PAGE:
I put my YA novel up-- it had gotten good feedback, but everyone said I needed to go to conferences and get an agent to have a hope of selling. I don't have the time or money for that.

So I put it up... now about 3 or 4 people a month read it.

Sure, it's not 'Harry Potter' levels of success, but 3 or 4 readers a month is MUCH better than no readers ever... especially since my fiction is for fun.... I have other stuff that I write for the money.

David said...

Opening anything up to the masses tends to piss off the elites that controlled it previously.

I do not agree with the notion that if Bezos had not done it, someone else would have. Certainly in some form the electronic book would have developed. But to make it cheap and accessible, both to the publishing authors and the readers, was not automatic. It took quite a bit of risk, genius, perseverance and hard work to create Amazon.

There is no equivalent to Amazon in Europe or anywhere else in the world. That is true for a number of other very disruptive inventions. These are largely American creations, and most are the product of one or a handful of visionaries who made it happen.

They did build this. And yes they are exceptional.

EDH said...

"Without sufficient advances, many writers will not be able to undertake long, difficult, risky projects...."

Aren't there a plethora of crowd funding sites that can fund such projects up-front bypassing the big editorial gatekeepers?

Won't that lead to more opportunity and diversity?

Packer's rant is an insight into the ossified bureaucracy that would rather drag everyone to Hell in order to protect their sinecures rather than adapt.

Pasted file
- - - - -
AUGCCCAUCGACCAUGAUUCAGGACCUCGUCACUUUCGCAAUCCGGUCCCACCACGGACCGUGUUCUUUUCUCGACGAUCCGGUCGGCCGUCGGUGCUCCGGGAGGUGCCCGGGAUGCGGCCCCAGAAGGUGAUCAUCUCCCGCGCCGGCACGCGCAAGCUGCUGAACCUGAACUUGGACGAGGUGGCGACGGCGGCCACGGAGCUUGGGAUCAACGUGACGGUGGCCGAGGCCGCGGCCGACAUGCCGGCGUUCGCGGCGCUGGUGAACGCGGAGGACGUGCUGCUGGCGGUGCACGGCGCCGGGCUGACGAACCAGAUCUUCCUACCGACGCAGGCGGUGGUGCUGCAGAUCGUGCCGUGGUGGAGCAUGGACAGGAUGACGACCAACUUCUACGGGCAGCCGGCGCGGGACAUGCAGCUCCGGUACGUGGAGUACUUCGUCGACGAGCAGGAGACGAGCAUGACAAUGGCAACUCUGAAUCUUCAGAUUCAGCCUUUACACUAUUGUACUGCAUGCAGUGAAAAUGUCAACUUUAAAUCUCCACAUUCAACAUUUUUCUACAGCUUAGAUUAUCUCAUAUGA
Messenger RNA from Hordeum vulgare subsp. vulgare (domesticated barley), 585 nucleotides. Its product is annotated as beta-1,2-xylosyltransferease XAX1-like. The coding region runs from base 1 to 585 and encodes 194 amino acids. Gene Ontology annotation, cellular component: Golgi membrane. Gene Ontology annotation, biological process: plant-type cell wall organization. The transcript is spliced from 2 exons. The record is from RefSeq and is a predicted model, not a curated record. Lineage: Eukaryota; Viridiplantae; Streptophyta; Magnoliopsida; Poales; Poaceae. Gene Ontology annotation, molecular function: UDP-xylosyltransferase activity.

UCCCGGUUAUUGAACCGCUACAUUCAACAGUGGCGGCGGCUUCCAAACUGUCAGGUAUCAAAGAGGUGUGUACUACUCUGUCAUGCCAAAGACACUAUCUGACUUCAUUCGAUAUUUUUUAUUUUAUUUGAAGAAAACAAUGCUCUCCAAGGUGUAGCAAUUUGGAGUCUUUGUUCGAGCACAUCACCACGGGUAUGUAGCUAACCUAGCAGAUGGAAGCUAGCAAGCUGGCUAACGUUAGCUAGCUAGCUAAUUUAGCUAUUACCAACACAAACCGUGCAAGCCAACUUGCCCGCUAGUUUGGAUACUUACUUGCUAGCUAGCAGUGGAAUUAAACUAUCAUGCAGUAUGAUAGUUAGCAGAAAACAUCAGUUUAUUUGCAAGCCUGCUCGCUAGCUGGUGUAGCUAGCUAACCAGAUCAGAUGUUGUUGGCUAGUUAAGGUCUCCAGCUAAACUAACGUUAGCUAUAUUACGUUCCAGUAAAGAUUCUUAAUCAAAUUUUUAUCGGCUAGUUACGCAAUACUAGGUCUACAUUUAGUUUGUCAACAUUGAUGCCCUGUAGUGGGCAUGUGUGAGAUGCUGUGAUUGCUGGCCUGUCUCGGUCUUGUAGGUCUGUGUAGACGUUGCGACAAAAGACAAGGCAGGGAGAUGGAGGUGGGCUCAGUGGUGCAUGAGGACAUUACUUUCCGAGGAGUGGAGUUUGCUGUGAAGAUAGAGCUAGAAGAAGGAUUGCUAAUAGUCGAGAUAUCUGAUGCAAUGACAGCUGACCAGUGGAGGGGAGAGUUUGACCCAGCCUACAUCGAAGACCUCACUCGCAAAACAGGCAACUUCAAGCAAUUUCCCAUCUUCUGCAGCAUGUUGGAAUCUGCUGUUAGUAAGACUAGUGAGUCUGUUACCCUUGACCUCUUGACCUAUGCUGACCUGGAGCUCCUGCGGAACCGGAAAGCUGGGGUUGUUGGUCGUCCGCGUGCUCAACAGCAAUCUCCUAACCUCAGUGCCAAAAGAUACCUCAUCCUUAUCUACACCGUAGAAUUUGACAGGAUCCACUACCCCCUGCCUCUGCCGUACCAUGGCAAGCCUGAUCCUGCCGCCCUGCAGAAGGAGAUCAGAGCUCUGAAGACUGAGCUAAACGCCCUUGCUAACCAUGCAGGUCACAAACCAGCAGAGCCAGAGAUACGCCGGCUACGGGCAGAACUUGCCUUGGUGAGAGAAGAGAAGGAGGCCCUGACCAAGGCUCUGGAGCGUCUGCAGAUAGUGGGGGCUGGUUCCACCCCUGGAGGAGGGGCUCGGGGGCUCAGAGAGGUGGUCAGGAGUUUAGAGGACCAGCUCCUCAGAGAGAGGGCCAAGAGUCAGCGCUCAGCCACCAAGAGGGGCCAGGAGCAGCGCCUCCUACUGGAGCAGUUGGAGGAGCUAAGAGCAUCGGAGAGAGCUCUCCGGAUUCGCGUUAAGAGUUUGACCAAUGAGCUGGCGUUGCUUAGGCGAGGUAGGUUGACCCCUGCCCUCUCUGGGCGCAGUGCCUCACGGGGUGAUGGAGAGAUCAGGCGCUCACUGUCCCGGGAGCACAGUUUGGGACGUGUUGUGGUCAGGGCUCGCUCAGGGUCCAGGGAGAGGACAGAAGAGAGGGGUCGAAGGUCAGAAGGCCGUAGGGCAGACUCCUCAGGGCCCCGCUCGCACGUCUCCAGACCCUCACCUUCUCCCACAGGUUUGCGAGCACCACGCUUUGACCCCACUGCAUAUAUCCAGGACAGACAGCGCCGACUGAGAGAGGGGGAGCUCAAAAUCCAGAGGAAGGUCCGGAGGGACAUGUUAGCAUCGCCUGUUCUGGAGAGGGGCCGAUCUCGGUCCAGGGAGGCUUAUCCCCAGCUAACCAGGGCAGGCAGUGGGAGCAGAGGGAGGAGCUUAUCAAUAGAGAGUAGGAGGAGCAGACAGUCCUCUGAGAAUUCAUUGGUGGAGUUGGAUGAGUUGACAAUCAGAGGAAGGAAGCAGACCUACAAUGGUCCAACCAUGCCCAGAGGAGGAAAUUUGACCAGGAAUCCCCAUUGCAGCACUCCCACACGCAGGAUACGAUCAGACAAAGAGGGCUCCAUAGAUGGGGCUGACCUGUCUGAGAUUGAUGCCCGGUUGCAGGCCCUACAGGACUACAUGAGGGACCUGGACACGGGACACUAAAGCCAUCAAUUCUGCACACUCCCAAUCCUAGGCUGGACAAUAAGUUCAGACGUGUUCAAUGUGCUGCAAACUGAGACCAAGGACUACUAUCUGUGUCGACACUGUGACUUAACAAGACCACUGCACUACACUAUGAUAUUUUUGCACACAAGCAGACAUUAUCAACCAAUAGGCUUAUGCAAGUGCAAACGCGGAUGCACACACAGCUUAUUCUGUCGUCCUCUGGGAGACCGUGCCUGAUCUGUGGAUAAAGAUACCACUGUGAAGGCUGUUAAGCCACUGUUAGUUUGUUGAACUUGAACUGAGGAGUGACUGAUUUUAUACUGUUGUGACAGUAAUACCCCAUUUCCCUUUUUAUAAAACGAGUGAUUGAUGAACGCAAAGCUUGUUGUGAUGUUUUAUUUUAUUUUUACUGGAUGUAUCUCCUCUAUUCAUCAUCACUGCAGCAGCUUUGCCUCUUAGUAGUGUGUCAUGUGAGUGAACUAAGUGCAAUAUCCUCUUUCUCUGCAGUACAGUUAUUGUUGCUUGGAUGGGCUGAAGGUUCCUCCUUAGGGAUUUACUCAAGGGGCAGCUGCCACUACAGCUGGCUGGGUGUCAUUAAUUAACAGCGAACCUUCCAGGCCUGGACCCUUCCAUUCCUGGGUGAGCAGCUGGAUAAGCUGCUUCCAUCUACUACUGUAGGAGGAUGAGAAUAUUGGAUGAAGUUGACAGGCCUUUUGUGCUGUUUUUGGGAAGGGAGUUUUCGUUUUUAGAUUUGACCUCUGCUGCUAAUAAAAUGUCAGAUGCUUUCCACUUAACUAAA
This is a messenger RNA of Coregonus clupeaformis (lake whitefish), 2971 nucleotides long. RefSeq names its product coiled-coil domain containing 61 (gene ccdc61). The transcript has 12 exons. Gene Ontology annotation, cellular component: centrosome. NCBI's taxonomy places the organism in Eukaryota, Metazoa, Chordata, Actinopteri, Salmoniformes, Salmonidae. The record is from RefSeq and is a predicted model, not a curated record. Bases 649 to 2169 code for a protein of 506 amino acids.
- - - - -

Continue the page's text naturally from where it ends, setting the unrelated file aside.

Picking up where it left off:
sydney said...

So does the gradual disappearance of book reviewers and knowledgeable booksellers, whose enthusiasm might have rescued a book from drowning in obscurity.

I do miss good book reviews, but I blame the newspaper industry for their demise. I used to look forward to reading the Sunday NewYork Times Book Review, but in the early 2000's they became so overtly political in their choices that I stopped reading it.

rcocean said...

Good book reviews helping you find a hidden Jewel - you've got to be joking.

Except when they're attacking a conservative book, the book reviewers at NYT/WaPo only praise books - they're all GREAT! to varying degrees. Which means their reviews were worthless in trying to find a "hidden jewel".

Remember how Gene Shalit reviewed film? Most Magazine/Newspaper book reviewers are like him.

Kev said...

(the other kev)

Mpar Grisham/Clancy/Steele! Moar badly reasarched political books! Most interchangeable YA shit written for movie adaptation.:

Publishers, hurry up and die.



John Cunningham said...

Most authors get 6 or 7% royalties from traditional publishers. Amazon e-book authors get 68 to 70%. check out recent posts on voxday.blogspot.com, several posts on benefits of indie publishing vs. traditional.

Michael K said...

"Their pathetic lament over the mid list's decline is years late, given how little they do to nurture titles whose advances are less than $200K. "

Especially given the practice of destroying the inventory of mid-list slow selling books.

Brian McKim & Traci Skene said...

From her Wikipedia entry:

"For the final two decades of her life, Jacqueline Kennedy Onassis had a career as a book editor."

Ever seen video/film (with sound) of Jackie O? Watching her try to form sentences was excruciating. But her gig as an editor was the result of a quest to find "work that would be fulfilling to her" after Ari died. What a joke.

"Since she had always enjoyed writing and literature, in 1975 she accepted a job offer as an editor at Viking Press." Then it was on to Doubleday. She wasn't an "editor" in any way, shape or form. She was a professional luncher. She was used as a conduit for the elite. Her hiring was a way to exploit her connections to the rich and famous. And the folks in the publishing biz wonder why, 20 years after Jackie's demise, their business is following her to the grave.